More informationA Mathematical Programming Approach for Improving the Robustness of LAD Regression
A Mathematical Programming Approach for Improving the Robustness of LAD Regression Avi Giloni Sy Syms School of Business Room 428 BH Yeshiva University 500 W 185 St New York, NY 10033 Email: agiloni@ymail.yu.edu
More informationRobust Estimation of Cronbach s Alpha
Robust Estimation of Cronbach s Alpha A. Christmann University of Dortmund, Fachbereich Statistik, 44421 Dortmund, Germany. S. Van Aelst Ghent University (UGENT), Department of Applied Mathematics and
More informationMath 5520 Homework 2 Solutions
Math 552 Homework 2 Solutions March, 26. Consider the function fx) = 2x ) 3 if x, 3x ) 2 if < x 2. Determine for which k there holds f H k, 2). Find D α f for α k. Solution. We show that k = 2. The formulas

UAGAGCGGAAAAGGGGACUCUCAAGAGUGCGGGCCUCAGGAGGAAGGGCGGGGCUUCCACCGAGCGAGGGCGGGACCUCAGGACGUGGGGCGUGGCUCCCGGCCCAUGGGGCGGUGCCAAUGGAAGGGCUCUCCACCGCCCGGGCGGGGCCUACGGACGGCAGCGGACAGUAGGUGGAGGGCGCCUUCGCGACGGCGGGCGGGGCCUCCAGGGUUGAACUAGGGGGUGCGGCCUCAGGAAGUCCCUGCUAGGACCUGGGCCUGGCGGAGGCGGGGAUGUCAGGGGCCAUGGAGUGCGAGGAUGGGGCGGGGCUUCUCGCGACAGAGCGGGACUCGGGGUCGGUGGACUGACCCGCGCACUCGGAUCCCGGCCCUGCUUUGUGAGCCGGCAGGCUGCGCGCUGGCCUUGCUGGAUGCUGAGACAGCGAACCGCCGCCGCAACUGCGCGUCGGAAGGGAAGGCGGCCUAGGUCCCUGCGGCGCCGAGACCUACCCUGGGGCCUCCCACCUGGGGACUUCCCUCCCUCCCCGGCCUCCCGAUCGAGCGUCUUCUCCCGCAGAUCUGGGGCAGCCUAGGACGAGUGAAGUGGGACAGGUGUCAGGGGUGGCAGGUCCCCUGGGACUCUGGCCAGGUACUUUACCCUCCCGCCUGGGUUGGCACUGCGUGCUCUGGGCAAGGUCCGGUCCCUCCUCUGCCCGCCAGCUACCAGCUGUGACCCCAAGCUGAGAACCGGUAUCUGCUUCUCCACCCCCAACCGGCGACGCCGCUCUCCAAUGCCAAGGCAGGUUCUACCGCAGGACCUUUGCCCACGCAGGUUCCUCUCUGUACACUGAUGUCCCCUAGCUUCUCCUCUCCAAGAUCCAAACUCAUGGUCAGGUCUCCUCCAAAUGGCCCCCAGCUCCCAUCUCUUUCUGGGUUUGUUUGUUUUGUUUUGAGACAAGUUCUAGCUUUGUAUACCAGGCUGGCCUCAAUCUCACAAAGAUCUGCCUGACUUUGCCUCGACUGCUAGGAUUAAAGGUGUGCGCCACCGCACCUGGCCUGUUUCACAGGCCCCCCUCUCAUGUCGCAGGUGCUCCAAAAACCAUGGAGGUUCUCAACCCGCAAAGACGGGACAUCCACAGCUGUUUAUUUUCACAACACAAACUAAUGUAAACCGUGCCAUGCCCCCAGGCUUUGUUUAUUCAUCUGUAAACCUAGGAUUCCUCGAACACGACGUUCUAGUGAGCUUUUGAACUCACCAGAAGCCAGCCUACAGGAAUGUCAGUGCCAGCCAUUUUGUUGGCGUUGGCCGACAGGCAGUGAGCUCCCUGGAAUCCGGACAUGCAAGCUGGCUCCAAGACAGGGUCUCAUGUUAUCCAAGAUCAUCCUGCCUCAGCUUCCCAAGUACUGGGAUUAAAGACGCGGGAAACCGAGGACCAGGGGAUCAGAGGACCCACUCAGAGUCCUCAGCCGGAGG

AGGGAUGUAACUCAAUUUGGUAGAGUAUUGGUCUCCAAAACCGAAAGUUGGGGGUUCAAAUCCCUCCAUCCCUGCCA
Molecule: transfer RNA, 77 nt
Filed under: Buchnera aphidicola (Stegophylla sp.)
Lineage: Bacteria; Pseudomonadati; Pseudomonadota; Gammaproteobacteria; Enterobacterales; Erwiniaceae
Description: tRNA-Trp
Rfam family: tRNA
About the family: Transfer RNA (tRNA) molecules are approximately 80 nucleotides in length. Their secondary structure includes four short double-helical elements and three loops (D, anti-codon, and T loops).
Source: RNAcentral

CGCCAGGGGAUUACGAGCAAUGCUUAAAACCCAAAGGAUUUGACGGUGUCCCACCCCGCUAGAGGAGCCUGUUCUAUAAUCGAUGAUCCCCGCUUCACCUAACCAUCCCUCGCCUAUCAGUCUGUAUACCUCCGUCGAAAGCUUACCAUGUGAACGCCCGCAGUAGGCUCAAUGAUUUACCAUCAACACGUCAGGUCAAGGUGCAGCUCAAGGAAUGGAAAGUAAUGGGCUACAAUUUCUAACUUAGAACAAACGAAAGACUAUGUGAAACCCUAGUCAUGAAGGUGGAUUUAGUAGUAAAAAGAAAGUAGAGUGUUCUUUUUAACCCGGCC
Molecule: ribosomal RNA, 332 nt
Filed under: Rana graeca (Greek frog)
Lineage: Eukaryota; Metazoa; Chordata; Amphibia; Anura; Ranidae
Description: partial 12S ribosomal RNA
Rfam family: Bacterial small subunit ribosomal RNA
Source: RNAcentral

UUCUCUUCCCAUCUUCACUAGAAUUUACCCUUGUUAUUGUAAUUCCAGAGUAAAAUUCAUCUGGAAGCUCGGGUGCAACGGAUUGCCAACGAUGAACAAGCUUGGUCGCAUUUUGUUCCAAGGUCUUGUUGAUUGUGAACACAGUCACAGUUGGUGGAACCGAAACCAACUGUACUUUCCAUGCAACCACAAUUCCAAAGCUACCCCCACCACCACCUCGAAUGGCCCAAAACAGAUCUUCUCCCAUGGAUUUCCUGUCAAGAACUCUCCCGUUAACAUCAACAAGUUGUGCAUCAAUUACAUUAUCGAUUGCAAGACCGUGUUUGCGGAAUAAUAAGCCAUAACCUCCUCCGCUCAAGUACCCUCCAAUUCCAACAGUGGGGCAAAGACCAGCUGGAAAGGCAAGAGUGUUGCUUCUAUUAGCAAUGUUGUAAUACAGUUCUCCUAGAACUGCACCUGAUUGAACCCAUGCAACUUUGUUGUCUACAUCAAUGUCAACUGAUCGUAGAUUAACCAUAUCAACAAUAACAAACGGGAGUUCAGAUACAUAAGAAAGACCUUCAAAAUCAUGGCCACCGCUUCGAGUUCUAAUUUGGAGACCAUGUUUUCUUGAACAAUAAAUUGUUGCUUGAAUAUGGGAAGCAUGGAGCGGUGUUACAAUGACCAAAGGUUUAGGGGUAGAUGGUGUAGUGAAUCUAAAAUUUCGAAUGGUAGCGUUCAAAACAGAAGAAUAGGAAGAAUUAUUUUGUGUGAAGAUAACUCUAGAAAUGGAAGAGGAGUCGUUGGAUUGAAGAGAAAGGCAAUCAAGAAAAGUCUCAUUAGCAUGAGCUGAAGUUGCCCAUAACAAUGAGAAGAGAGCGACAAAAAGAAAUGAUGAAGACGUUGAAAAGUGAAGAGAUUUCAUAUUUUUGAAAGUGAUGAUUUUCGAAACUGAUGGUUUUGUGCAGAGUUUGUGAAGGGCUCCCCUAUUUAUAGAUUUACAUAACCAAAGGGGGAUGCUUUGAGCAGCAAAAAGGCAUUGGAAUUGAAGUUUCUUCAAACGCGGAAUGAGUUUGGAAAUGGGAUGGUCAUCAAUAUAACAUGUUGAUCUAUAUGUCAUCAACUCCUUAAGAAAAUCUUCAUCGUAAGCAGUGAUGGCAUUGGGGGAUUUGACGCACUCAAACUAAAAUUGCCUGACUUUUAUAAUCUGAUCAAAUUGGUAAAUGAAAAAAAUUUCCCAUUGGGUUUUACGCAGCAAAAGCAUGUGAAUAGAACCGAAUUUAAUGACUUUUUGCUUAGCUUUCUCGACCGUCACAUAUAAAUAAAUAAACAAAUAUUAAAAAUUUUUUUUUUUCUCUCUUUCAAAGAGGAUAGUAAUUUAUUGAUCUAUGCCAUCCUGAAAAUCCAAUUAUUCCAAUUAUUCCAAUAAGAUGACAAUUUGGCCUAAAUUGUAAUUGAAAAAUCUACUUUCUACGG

More informationCommunications in Statistics Simulation and Computation. Impact of contamination on training and test error rates in statistical clustering
Impact of contamination on training and test error rates in statistical clustering Journal: Communications in Statistics  Simulation and Computation Manuscript ID: LSSP000.R Manuscript Type: Review
More informationThe Skorokhod reflection problem for functions with discontinuities (contractive case)
The Skorokhod reflection problem for functions with discontinuities (contractive case) TAKIS KONSTANTOPOULOS Univ. of Texas at Austin Revised March 1999 Abstract Basic properties of the Skorokhod reflection
More informationRobust scale estimation with extensions
Robust scale estimation with extensions Garth Tarr, Samuel Müller and Neville Weber School of Mathematics and Statistics THE UNIVERSITY OF SYDNEY Outline The robust scale estimator P n Robust covariance